National University - HRM 630: Legal, Ethical and Safety Issues in Human Resource Management
July 29, 2010
This paper is an examination of the Privacy Act of 1974, which includes research of the history, relevancy, strengths, weaknesses, and current trends of the process, and examples of current challenges with the Privacy Act within Federal employment. This paper is influenced by the theories and readings for Week Four of the Legal, Ethical and Safety Issues in Human Resource Management (HRM 630) Course.
The comparisons set forth within this paper will include theories found in Employment Law for Business, Sixth Edition by Dawn D. Bennett-Alexander and Laura P. Hartman. (Bennett-Alexander & Hartman, 2009).
HRM 630 - Week Four Assignment - “Examination of the Privacy Act of 1974 and its Effect on Federal Employment”
Within both Federal service and the private sector, the privacy of personal and confidential information from disclosure to unauthorized personnel is of great importance, and protects the government, its employees as well as its customers from any liability. Such regard for the safeguarding of such information to protect against potentially expensive consequences is so high, that the Federal Government created the Privacy Act of 1974. However, with the rules and regulations set forth within the Privacy Act, it begs numerous questions, including ‘what is covered’, ‘what constitutes a violation’ or ‘what consequences can occur for such a violation’? As such, this paper will be an examination of the Privacy Act, and will cover the history, relevancy, strengths, weaknesses, and current trends of the process, as well as examples of current challenges with the process.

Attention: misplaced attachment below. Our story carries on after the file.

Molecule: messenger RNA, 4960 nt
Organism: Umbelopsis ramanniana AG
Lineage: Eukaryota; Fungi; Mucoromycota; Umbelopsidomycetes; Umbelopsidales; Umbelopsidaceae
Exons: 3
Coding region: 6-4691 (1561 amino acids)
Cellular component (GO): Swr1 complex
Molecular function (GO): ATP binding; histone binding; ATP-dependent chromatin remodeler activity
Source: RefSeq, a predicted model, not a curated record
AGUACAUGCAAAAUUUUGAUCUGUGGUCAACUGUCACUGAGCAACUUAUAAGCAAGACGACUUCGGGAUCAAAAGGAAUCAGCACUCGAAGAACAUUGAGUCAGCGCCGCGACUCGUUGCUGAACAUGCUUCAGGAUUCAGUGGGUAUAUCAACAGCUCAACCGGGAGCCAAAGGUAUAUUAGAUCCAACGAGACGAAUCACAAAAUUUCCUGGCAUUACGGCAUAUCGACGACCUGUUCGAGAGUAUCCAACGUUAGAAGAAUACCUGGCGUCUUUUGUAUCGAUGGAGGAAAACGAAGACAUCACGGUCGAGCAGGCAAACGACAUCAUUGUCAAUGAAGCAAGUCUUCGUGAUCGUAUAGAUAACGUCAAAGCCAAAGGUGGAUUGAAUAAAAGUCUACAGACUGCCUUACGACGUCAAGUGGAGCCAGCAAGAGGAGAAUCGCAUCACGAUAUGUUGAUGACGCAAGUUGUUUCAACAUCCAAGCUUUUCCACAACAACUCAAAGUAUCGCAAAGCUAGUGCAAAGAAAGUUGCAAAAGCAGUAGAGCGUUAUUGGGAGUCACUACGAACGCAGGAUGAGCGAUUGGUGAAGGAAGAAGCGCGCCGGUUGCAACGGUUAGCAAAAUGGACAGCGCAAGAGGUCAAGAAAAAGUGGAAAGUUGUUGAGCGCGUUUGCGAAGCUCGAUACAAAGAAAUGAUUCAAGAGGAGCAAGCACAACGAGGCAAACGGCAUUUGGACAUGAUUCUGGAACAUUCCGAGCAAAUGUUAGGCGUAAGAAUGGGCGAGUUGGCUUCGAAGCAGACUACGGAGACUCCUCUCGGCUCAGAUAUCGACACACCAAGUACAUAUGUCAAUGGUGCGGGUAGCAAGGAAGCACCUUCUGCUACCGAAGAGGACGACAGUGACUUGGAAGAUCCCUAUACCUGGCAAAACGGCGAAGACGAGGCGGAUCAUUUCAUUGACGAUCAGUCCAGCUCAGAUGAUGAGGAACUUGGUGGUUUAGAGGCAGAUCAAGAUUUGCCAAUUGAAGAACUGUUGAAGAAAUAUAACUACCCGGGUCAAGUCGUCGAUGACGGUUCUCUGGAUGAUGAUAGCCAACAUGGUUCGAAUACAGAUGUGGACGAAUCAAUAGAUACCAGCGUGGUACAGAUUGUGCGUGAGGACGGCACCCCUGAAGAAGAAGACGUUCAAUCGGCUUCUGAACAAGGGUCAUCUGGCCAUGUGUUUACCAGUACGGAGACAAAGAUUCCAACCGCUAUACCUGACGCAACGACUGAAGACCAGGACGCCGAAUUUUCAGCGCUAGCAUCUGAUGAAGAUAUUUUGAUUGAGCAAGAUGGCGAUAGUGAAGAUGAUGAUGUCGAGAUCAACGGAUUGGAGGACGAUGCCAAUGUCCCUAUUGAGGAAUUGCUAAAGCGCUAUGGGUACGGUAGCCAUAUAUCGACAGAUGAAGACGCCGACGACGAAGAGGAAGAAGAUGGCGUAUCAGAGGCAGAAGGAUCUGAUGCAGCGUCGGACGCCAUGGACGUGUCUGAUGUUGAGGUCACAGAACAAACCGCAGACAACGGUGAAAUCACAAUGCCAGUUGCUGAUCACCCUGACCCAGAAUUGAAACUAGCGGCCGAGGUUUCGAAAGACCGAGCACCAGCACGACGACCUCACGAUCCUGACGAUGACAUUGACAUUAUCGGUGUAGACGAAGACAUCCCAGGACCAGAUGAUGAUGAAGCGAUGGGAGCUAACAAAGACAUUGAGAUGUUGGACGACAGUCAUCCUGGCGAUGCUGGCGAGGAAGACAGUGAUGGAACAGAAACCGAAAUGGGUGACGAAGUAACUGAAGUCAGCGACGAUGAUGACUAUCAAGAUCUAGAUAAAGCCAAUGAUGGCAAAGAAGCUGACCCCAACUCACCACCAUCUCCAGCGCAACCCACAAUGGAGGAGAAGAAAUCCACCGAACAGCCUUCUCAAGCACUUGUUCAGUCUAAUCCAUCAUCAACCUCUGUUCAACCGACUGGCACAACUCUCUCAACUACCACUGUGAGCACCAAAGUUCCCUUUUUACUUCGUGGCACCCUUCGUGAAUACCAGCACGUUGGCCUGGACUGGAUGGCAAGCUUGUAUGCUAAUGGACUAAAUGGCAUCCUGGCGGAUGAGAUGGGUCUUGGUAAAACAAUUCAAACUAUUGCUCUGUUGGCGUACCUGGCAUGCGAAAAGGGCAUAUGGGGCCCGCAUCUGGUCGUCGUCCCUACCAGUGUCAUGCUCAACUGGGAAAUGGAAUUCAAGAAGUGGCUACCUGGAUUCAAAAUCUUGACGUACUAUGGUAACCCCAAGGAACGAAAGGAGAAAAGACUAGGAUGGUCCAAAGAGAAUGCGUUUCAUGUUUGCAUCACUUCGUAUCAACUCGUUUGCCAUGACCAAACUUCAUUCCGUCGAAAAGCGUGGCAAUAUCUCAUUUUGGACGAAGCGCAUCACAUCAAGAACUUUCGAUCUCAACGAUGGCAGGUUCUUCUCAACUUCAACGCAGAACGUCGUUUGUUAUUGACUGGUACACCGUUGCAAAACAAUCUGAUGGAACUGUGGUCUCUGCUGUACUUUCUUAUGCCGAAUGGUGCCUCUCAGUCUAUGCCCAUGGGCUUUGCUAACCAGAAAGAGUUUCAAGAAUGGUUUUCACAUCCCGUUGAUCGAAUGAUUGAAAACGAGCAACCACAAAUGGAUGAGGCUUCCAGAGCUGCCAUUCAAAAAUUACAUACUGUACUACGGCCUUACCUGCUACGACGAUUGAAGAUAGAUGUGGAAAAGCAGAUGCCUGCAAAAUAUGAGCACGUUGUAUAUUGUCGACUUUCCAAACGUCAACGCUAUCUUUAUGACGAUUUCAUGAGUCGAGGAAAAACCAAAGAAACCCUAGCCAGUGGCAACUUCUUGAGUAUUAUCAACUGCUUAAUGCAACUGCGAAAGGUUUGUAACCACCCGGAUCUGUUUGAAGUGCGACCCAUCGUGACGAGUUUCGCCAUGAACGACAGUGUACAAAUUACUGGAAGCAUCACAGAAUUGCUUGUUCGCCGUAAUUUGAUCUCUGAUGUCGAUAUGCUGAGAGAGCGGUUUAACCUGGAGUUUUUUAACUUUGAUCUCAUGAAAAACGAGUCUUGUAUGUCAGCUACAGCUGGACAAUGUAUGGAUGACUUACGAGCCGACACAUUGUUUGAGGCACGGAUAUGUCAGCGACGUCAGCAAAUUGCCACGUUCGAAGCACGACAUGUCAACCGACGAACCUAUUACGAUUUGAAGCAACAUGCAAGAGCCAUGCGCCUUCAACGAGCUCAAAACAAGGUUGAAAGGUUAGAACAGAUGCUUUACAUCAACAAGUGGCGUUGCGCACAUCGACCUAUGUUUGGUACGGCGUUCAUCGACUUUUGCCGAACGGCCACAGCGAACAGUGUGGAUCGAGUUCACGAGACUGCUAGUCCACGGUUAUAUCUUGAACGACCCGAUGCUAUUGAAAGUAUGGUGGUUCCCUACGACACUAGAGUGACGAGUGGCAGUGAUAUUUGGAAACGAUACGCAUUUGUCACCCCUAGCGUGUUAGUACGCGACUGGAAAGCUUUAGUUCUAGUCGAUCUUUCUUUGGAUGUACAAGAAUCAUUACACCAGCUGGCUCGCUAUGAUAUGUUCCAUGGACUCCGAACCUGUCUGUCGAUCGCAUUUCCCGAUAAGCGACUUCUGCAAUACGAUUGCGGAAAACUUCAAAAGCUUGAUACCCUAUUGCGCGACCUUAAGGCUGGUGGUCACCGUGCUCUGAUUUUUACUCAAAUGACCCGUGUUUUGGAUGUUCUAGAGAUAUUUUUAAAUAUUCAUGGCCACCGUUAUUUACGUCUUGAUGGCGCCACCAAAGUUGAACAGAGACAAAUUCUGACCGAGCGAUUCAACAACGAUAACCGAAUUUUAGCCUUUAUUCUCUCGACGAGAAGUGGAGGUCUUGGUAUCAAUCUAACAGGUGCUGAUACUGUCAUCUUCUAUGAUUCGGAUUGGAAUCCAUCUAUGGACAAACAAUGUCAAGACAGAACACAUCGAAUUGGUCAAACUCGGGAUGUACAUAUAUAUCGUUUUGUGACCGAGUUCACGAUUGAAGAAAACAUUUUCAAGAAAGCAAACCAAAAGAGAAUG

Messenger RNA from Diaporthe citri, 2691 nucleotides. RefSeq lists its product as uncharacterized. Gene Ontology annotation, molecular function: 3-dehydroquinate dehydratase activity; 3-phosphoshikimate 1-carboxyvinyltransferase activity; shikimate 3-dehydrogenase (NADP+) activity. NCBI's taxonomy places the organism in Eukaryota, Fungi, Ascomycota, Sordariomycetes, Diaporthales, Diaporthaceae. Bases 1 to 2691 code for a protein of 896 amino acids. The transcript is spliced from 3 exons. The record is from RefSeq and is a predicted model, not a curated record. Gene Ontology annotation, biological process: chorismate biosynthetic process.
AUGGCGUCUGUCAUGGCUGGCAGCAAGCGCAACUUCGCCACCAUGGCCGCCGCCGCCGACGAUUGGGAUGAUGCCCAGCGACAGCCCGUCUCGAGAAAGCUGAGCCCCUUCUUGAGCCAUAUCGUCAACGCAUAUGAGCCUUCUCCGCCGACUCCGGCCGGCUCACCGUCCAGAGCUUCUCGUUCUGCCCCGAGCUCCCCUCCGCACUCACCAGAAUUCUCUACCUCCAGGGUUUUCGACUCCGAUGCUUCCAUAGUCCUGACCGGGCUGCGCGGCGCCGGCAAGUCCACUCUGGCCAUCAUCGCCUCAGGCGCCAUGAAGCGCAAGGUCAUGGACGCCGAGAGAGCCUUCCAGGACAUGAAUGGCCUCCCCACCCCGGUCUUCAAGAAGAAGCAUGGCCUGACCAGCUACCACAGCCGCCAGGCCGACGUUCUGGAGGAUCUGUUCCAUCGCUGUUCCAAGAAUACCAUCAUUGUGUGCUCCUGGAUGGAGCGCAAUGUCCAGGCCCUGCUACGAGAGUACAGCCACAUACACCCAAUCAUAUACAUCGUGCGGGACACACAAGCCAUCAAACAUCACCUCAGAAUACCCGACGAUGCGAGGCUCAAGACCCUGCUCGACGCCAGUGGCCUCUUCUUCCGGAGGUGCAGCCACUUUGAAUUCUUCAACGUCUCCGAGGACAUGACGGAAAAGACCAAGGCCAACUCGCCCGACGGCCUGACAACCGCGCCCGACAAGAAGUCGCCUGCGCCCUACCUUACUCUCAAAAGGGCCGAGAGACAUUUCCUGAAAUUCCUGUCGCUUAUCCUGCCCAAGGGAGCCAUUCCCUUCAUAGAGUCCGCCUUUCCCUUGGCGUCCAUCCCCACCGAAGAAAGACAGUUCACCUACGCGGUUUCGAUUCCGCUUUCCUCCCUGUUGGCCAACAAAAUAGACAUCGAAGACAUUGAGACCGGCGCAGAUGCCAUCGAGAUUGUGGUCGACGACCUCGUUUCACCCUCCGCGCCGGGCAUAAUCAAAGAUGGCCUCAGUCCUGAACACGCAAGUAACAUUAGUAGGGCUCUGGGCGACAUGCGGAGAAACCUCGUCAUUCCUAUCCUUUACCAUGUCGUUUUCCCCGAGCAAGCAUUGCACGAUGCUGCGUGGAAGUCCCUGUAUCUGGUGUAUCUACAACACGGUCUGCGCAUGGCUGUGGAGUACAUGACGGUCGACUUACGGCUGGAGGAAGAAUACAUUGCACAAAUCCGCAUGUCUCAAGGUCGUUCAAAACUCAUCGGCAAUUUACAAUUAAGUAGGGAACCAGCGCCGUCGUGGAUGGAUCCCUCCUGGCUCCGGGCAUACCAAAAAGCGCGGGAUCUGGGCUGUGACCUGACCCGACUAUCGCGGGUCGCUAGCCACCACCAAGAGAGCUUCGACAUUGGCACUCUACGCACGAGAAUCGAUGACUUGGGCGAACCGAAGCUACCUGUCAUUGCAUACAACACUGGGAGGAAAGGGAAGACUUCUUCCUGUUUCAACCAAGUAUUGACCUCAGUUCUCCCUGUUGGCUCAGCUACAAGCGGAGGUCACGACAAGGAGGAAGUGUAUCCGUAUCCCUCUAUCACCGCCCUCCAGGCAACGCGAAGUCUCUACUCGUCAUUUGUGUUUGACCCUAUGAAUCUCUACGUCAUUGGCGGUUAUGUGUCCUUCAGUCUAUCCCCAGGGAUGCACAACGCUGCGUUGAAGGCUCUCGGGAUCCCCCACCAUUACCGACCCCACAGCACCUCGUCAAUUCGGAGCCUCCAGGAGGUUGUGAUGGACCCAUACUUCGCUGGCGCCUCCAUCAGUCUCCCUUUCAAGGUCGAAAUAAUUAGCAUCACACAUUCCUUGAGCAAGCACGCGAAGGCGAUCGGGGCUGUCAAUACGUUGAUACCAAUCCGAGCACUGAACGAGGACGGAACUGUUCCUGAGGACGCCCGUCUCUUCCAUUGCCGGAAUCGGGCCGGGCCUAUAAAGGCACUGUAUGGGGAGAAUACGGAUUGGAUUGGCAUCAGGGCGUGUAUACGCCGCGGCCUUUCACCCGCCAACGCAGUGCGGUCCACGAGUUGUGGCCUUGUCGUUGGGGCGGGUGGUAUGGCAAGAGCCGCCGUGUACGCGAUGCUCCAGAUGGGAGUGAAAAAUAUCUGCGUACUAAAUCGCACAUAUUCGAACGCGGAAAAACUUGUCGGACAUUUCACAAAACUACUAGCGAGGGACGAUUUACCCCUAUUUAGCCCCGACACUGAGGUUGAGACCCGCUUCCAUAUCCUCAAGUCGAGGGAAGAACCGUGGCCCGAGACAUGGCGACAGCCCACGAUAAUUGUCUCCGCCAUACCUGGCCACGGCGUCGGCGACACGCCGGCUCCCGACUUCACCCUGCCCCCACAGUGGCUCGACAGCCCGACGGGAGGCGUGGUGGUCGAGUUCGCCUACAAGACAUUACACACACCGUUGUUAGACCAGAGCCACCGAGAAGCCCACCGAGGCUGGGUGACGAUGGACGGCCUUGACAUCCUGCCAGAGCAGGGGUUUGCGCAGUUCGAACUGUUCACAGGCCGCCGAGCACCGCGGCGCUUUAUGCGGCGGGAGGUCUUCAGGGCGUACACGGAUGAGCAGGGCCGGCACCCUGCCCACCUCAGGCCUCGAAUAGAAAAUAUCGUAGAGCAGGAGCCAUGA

Pursuant to their chapter entitled, “The Employee’s Right to Privacy and Management of Personal Information”, in the textbook Employment Law for Business, Sixth Edition, Dawn D. Bennett-Alexander and Laura P. Hartman discuss that the Privacy Act “regulates the release of personal information about federal employees by federal agencies”. (Bennett-Alexander & Hartman, 2009, p. 667). While we can understand what the Privacy Act regulates, it should first be understood why it even exists. According to EPIC.org, which stands for Electronic Privacy Information Center, the website discusses the history of the Privacy Act, and states that “as technology advanced through the 1960s and 70s, it became easier for agencies to cross-reference individuals' personal data” and that “citizens and legislators began to contemplate the ways that this information, if compiled, could be abused”. (EPIC.org, 2010). As such the Federal Government took into consideration that with personal data becoming more easily accessible, rules and regulations needed to be put in place to protect such personal data from disclosure. As we can understand why the Privacy Act was created, we must now understand what it covers.
Under the Privacy Act, the Agency is limited to the disclosure of personal data and may only disclose such information if it has permission from the individual or if one of twelve conditions under 5 U.S.C. § 552.a (b) has been met, which constitutes the strength of the Privacy Act. Among the twelve, the first and arguably most important condition is that “to those officers and employees of the agency which maintains the record who have a need for the record in the performance of their duties”. (5 U.S.C. § 552.a (b)). What this first condition (which sets the tone for the following conditions) generally states, is that the Agency must have a legitimate business reason for utilizing the Privacy Act information and that any disclosure of such data outside the scope of a work-related matter, including workplace investigations or administrative hearings, can be subject to a violation that may lead to fraud,...